As you might assume from my content on this site, I carry a lot of labels. Some are less well-known than others, and some carry inaccurate connotations. Some I am constantly working for greater awareness of, and others I keep quieter about. These labels have been immensely helpful for me, whether they are as specific as a microlabel on the spectrum of aromantic and asexual identity or as broad as the unifying and nebulous umbrella terms that I’m not sure where all I fit within.
Naming is important to self-concept and acceptance of our identity, but there are equally important stages that we move through before and after we first say, “Hi, my name is ____ and I’m ____.” These aren’t strictly linear, but they are numbered for the sake of organization:
Content warning for child abusestory. Start at 3:24 if this is a trigger for you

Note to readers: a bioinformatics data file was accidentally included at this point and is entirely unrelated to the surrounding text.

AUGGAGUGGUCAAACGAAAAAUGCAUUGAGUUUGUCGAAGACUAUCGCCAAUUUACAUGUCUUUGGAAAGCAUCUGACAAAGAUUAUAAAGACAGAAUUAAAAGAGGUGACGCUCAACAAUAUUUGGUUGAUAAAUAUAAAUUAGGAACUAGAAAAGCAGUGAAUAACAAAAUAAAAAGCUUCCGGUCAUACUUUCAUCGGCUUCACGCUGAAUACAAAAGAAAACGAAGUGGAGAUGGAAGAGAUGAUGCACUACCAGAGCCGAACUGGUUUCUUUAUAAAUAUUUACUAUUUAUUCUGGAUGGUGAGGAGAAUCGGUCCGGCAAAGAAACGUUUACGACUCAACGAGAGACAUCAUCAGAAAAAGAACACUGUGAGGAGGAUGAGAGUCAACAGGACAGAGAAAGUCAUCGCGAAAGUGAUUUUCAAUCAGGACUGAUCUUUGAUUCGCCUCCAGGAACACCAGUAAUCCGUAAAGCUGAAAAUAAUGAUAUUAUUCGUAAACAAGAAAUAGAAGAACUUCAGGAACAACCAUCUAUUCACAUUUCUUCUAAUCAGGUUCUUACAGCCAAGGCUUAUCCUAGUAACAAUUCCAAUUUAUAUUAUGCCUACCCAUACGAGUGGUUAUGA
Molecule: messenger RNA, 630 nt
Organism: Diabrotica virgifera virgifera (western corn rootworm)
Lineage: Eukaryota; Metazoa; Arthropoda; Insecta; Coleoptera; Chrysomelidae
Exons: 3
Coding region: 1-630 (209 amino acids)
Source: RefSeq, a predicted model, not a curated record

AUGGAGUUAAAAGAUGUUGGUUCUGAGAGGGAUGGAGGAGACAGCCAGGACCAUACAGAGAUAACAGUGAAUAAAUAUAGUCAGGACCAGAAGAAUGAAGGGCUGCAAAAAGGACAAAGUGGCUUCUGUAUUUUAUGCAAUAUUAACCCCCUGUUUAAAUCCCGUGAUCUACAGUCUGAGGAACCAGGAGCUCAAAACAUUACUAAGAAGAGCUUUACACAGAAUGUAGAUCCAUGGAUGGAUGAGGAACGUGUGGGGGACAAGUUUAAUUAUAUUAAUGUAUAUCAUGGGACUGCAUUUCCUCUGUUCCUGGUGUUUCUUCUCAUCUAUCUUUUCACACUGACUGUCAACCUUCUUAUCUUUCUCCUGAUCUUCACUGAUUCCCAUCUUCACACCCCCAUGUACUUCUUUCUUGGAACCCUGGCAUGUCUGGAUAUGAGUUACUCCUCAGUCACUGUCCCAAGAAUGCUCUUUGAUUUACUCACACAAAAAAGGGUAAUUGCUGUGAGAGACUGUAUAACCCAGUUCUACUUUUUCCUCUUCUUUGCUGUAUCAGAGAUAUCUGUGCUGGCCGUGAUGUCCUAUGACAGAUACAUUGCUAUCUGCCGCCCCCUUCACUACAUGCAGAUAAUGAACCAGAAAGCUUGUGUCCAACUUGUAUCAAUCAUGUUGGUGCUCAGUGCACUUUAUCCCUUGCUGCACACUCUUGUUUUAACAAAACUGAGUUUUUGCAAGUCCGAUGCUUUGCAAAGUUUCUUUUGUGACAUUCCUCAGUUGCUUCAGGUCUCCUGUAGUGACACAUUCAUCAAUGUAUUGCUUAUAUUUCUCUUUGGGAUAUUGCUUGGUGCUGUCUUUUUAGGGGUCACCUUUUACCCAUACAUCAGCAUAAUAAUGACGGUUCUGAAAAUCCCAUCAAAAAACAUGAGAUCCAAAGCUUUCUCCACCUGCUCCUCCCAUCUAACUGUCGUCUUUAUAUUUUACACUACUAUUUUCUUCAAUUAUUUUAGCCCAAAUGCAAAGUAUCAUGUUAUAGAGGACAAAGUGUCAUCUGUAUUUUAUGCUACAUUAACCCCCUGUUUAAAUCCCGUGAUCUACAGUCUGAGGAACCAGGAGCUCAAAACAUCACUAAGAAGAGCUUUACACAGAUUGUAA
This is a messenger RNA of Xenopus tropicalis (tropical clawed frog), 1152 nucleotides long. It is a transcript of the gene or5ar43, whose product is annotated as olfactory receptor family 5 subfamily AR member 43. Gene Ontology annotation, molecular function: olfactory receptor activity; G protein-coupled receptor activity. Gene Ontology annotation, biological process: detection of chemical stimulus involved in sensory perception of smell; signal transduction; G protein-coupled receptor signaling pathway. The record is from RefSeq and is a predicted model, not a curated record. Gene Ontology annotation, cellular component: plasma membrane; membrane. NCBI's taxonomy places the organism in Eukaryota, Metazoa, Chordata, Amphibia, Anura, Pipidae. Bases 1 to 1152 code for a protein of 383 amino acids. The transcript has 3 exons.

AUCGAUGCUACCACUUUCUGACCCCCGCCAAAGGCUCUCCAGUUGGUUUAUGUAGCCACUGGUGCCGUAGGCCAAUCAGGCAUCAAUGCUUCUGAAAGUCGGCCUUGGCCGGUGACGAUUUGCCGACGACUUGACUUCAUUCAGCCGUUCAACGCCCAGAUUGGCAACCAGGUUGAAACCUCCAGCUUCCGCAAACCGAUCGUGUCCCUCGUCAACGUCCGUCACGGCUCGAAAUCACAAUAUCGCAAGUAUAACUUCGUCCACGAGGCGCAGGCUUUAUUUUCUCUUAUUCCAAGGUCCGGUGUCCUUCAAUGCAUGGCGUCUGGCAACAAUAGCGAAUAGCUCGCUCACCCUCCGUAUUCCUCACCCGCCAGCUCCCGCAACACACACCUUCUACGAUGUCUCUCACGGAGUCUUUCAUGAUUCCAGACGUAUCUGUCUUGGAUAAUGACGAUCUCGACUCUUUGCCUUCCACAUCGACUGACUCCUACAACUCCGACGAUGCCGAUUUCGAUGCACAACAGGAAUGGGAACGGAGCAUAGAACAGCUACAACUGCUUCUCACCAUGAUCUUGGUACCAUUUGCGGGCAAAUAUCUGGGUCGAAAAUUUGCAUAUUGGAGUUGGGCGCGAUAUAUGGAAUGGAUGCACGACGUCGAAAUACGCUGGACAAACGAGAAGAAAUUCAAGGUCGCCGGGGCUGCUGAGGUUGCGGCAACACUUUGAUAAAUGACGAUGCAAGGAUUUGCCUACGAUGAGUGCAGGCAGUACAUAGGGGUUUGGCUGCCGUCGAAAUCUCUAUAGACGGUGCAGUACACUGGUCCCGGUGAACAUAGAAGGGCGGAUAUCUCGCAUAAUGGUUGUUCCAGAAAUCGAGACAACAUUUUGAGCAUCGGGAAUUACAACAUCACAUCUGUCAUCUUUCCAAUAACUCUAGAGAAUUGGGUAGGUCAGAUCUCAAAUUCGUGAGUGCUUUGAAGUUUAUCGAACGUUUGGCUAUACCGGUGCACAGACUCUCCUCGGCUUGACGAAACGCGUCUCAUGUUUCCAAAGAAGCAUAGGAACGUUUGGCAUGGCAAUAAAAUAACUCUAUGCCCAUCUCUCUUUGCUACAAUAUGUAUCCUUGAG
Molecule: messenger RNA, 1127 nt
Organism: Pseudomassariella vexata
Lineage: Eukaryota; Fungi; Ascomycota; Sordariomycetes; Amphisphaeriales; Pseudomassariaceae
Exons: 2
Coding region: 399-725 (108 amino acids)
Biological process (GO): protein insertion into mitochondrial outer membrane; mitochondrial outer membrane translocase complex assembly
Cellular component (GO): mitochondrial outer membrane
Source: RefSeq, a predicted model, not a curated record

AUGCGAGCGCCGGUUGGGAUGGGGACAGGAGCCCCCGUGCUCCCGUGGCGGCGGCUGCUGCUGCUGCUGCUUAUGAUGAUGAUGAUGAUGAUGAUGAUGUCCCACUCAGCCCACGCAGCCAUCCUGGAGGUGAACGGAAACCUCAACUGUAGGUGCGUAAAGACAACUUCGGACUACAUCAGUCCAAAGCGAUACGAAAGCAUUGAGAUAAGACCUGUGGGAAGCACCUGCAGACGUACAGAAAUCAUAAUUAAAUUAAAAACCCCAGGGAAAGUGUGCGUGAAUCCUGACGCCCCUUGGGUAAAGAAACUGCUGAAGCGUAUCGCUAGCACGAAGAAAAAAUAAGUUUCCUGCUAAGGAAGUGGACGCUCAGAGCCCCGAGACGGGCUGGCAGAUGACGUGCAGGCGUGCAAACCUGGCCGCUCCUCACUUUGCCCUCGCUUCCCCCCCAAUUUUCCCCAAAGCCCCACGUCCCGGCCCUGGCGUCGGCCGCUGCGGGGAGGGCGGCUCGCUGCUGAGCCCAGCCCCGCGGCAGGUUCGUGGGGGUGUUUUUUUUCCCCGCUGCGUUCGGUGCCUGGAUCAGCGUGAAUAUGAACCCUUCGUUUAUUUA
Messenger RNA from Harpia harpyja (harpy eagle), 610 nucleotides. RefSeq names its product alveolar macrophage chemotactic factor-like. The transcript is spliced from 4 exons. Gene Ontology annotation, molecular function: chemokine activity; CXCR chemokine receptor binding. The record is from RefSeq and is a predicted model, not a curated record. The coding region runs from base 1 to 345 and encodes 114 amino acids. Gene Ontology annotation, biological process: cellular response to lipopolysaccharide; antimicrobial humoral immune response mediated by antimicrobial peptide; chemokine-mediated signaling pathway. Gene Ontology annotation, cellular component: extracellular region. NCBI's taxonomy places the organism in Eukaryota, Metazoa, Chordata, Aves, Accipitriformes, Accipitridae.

First, it is a great feeling to be able to understand and process every word from a speaker without needing the captions. That almost never happens. I feel like I actually processed every word!
Aside from speaking skills, this was so healing. And not only as someone with APD but the heart behind it holds several jewels I think we all need to learn from. Dr. Alexander approaches her work in a way that feels more like ministry than many “ministers” we hear about online.
“I know what it feels like … to be imprisoned, but I also know how it feels to be set free.”
This is the crux of it, right from the start. Those of us deconstructing or evolving or just plain leaving conservative and evangelical church traditions know that feeling of being “set aside and dismissed.” Queer people who have lived in the closet know the feeling of being restrained inside that metaphor, of being not only hidden but trapped. Neurodivergent and mentally ill and disabled people know this prison that is their own mind and body. So many of us who resonate with a name like “Invisible Cake Society” have had to work through our traumas while it felt like no one could perceive us and no one would believe us.